What Responsibility Does A Landowner Have For Keeping You Safe?October 16, 2015 | Category: Inadequate Security | Share
"When a landowner is negligent in providing a safe environment, and someone is hurt as the result of that negligence, there is the potential for a personal injury case," said Florida Inadequate Security Attorney, Randall Spivey of Spivey Law Firm, Personal Injury Attorneys, P.A.
According to an August 14, 2015 article in the New York Times, questions regarding the safety of Airbnb, the online lodging rental website, arose after a U.S. teen accused a Madrid, Spain apartment host of sexual assault. Even though this was in Spain, it brings to mind another case that happened in South Florida.
In July 2015 a lawsuit claimed that an owner of South Florida rental properties hired as his property manager a convicted sex offender who targeted the boys of families who were tenants. The lawsuit claims the owner of the building knew the property manager was a convicted sex offender because he had asked the court to modify the offender's probation to allow him to use the internet. This lawsuit is still pending.
In Florida, can a landowner be held accountable for personal injuries caused by the intentional (or criminal) acts of third parties or employees?
Apartments, Houses & Condominiums
According to the Florida Bar, Florida laws provide tenants with legal protection against becoming crime victims by placing upon landlords a duty to provide homes and common areas with safe conditions. If the landlord fails in this duty and the tenant is hurt during the commission of a crime, then the landlord may be responsible for monetary damages to that tenant under Florida negligent security law. A person becomes a tenant governed by Florida law when that person pays rent to live in a house, apartment, condominium or mobile home. The frequency of rental payments does not matter. It also does not matter whether the apartment, house, condominium or mobile home is rented from a private person, a corporation or most governmental units, they are responsible. Even if there is no written lease agreement, the Florida law prevails.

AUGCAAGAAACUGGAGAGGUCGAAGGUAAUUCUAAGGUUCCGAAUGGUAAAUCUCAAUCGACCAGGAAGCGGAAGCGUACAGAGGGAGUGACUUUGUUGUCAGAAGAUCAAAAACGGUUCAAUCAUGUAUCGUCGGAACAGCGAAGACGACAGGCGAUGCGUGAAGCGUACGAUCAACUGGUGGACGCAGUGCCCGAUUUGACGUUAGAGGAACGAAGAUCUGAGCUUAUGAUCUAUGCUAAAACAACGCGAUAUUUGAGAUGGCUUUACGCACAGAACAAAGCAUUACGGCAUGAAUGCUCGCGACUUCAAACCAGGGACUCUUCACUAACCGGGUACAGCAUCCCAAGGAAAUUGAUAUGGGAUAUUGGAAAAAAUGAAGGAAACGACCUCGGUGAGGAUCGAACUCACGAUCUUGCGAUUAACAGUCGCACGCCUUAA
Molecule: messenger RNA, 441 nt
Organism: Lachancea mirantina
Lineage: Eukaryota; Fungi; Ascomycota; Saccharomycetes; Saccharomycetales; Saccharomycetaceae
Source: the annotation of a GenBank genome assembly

Hotels & Motels
Florida law also imposes on hotels, motels and innkeepers etc. the duty to keep their buildings and premises in a condition reasonably safe for use by their guests. This duty is a "non-delegable duty to guests to provide a reasonably safe premises, including reasonable protection against third party criminal attacks." In U.S. Security Services Corp. v. Ramada Inn, 665 So. 2nd 268 (Fla. 3d DCA 1996), a landowner can contract out the performance of a non-delegable duty, such as security, but the landowner is still ultimately legally responsible.
According to Law Digest - U.S. Legal.com, when a criminal act is conducted by a person or guest while staying at, or visiting, a hotel or motel, the hotel/motel may be liable for the personal injury of guests caused by the criminal act. In order for the hotel/motel to be found negligent or at fault, it has to be established that the act was "foreseeable". In assessing potential fault of the hotel, several factors may be considered:
- Was the injury or harm reasonably preventable?
- Who was in charge of security?
- Were security personnel properly trained?
- Is there a past history of crime at the hotel?
- Were assessments of security risks ever established for the hotel?
- Were security personnel uniformed?
- Were there an adequate number of security persons on hand to handle routine matters as well as potential emergencies or crises?
"As you can see, these cases are complicated and require the services of an experienced attorney," said Attorney Randall Spivey.
Florida Inadequate Security Attorney, Randall L. Spivey is a Board Certified Trial Attorney – the highest recognition for competence bestowed by the Florida Bar and a distinction earned by just one (1%) percent of Florida attorneys. He has handled over 2,000 personal injury and wrongful death cases throughout Florida. For a free and confidential consultation to discuss your legal rights, contact the Spivey Law Firm, Personal Injury Attorneys, P.A., in Lee County at 239.337.7483 or toll free at 1.888.477.4839,or by email to Randall@SpiveyLaw.com. Visit SpiveyLaw.com for more information. You can contact Spivey Law Firm, Personal Injury Attorneys, P.A.in Charlotte County at 941.764.7748 and in Collier County 239.793.7748.